Fourth dimension


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This pilot project, inspired by a collection data management developed for a museum in Rotterdam, has been developed at crdav, the Research & Documentation Centre for Visual Arts of Rome's Cultural Heritage Department. It was used as a basis for a presentation at CDCH 2012, a Satellite Workshop of IEEE's Symposium on Visual Languages and Human-Centric Computing in Innsbruck, Austria (30 September - 4 October 2012).

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Fourth dimension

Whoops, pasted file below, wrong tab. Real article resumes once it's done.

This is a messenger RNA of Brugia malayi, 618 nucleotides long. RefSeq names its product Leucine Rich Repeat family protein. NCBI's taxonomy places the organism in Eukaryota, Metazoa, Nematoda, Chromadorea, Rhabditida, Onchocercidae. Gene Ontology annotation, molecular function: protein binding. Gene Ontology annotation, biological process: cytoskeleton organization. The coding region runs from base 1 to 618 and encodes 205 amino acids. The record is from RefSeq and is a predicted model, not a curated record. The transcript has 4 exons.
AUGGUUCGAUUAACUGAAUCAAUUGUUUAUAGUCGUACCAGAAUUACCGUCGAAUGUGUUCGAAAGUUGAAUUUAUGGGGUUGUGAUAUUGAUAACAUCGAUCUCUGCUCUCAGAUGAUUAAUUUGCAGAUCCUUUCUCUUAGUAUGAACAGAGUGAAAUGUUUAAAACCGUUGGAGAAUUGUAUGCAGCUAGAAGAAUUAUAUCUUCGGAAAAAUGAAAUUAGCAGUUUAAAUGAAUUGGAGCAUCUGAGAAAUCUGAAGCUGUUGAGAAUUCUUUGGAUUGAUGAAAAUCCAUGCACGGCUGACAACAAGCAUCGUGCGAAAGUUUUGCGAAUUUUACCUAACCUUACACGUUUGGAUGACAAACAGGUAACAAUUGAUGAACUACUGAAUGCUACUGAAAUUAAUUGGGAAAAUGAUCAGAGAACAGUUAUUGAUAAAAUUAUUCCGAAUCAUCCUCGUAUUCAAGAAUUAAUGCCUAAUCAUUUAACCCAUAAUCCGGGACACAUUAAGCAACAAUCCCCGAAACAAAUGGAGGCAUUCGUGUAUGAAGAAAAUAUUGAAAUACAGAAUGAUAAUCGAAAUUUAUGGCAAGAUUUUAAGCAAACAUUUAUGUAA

1. 1. “Fourth Dimension” Planning A Prototype (*) “Like city lights, receding.” [ W. Gibson, Neuromancer (1984) ]Turn on the black, wide screen and the city’s contour appears, grey on black. Insert a date – return.A new image takes form, showing a draft of the city map in the requested year. Zoom in on themap, reducing the portion shown on the screen. Right, left, forward, backward – move with thejoystick on different portions of the map, the blocks in grey, squares, roads and derelict areas inblack. Click on the button – we switch to diachronic mode. Forward, backward: the area on thescreen changes its form. It shows how boundaries changed, how buildings appear and disappearthrough time. New roads appear, the city’s texture follows their development. Click again on thejoystick – we are back to spatial mode. I can again zoom in and out, focusing on different details ofthe new map.At the keyboard I can choose an option. Municipal cultural heritage, for instance, or: museums,monuments, events. Add another option, then a third one. Suddenly, differently coloured lightsappear on the grey city map. Blue, red, orange, white, green… Different keywords, and theirpresence in time and space. Another click on the joystick – back to diachronic mode: going backand forth through time, lights suddenly appear and disappear at once. Here’s a cloud of lights: thesites of an Estate Romana, maybe, or the Nuit Blanche events, or other different, relevant locations.Focus on a smaller area, choose a single light. A windows opens up on one side of the screen:pictures, graphics, sounds, videos, and texts describe the event, at the site and time thus identified. Ican click on further leading links, I can choose to get in-depth information. I can close the windowswith a click of the joystick, browsing again through time and space, through the cyber mapencompassing the cultural life of the city, the memory of its locations. No black Ice lurking arounda bend, in this cyber city, nor are there any metaphoric Caves of Steel. Some data, though arerestricted – this may now and again be needed – and fully readable only to some of the user profilesconnecting to the system. by Alessandro Califano, 10.12.2007- - - - - - - -(*) This pilot project has been presented and discussed by the author on 4 October 2012 at CDCH2012 – Creative Design for Interdisciplinary Projects in Cultural Heritage – , a Satellite Workshopof VL/HCC, IEEE Symposium on Visual Languages and Human-Centric Computing, Innsbruck –Austria (30 September – 4 October 2012)